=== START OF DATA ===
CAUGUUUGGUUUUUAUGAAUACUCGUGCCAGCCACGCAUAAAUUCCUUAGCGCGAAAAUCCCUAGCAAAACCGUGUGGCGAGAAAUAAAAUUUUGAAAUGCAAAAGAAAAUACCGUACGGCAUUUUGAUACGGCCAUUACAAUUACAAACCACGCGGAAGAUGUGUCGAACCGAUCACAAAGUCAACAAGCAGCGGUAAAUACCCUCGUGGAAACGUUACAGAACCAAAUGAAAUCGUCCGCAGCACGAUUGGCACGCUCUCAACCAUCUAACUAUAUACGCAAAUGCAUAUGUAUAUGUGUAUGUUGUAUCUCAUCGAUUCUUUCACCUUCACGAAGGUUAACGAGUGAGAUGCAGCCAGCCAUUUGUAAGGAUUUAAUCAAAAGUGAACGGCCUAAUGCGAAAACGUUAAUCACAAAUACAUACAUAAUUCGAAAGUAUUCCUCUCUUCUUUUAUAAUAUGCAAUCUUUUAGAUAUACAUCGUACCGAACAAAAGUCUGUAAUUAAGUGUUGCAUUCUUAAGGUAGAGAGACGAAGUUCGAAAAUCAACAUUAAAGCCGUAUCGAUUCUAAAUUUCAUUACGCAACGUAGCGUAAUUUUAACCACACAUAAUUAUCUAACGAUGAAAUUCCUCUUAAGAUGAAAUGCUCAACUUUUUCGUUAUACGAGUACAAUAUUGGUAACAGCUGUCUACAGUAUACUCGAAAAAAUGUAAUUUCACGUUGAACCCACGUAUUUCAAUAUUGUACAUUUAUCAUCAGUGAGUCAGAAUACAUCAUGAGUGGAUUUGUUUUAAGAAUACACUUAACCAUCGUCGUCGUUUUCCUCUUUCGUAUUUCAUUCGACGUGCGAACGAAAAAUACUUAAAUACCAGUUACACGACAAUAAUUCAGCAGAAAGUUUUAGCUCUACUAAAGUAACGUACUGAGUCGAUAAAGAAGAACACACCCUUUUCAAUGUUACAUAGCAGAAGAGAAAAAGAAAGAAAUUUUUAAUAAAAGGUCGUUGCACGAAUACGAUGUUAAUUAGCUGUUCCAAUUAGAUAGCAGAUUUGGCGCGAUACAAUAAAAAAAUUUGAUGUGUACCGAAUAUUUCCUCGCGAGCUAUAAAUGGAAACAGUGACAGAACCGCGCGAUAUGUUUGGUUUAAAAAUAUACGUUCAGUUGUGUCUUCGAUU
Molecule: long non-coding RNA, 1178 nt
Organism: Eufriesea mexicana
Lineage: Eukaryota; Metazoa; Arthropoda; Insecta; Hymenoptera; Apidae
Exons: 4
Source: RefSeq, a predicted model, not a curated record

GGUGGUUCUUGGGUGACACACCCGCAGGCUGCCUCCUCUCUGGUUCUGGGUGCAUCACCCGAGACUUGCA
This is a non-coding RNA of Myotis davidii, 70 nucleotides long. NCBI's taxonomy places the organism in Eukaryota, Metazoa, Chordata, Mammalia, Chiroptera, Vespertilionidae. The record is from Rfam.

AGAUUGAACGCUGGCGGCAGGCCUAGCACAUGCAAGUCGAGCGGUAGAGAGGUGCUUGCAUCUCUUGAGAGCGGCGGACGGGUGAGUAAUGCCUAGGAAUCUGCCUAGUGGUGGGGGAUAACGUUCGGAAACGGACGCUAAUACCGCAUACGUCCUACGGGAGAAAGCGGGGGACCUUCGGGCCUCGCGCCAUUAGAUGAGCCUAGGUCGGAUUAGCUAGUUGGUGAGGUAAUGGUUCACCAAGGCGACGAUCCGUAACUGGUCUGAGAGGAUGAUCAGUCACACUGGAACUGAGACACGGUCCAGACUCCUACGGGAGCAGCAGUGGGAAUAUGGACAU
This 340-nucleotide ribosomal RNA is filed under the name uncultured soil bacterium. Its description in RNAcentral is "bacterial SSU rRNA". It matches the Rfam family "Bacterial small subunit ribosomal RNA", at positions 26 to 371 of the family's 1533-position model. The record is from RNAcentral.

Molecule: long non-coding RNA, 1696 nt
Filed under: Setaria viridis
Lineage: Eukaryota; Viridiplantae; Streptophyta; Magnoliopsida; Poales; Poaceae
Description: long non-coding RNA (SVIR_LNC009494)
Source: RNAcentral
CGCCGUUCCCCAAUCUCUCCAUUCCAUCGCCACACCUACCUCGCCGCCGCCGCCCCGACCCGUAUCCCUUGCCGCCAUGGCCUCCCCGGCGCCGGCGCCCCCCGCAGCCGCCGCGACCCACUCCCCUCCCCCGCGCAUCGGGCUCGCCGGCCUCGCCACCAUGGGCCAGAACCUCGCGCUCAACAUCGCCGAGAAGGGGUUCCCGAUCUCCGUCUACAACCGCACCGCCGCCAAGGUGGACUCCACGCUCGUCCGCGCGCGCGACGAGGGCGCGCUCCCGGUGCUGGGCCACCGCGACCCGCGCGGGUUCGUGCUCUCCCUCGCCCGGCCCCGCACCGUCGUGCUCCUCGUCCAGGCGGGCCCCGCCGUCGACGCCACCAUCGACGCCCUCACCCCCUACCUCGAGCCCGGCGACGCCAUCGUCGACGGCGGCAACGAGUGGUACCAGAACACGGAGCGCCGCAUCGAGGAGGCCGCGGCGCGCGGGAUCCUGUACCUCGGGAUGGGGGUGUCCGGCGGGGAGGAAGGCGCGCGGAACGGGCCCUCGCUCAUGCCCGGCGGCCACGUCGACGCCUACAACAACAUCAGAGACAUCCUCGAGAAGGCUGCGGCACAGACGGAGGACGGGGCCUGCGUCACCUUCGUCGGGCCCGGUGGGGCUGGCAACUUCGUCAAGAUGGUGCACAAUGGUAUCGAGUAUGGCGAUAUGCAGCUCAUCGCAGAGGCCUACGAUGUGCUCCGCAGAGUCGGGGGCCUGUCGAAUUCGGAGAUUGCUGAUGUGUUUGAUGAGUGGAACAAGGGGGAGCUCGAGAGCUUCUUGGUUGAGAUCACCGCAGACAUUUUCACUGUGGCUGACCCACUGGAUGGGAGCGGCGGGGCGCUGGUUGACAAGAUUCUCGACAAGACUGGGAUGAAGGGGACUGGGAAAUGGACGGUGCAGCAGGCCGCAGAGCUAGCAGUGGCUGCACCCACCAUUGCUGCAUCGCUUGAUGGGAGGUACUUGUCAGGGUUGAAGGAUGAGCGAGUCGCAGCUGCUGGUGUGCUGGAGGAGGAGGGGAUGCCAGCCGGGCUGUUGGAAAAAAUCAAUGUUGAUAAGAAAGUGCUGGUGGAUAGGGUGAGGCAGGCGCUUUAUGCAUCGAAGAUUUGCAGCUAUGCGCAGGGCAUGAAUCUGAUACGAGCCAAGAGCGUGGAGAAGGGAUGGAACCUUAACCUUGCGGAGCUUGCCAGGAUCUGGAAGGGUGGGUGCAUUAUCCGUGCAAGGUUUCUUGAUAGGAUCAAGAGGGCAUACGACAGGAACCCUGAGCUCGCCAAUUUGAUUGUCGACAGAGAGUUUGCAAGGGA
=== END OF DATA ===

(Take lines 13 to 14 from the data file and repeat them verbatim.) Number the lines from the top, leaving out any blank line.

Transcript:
Lineage: Eukaryota; Viridiplantae; Streptophyta; Magnoliopsida; Poales; Poaceae
Description: long non-coding RNA (SVIR_LNC009494)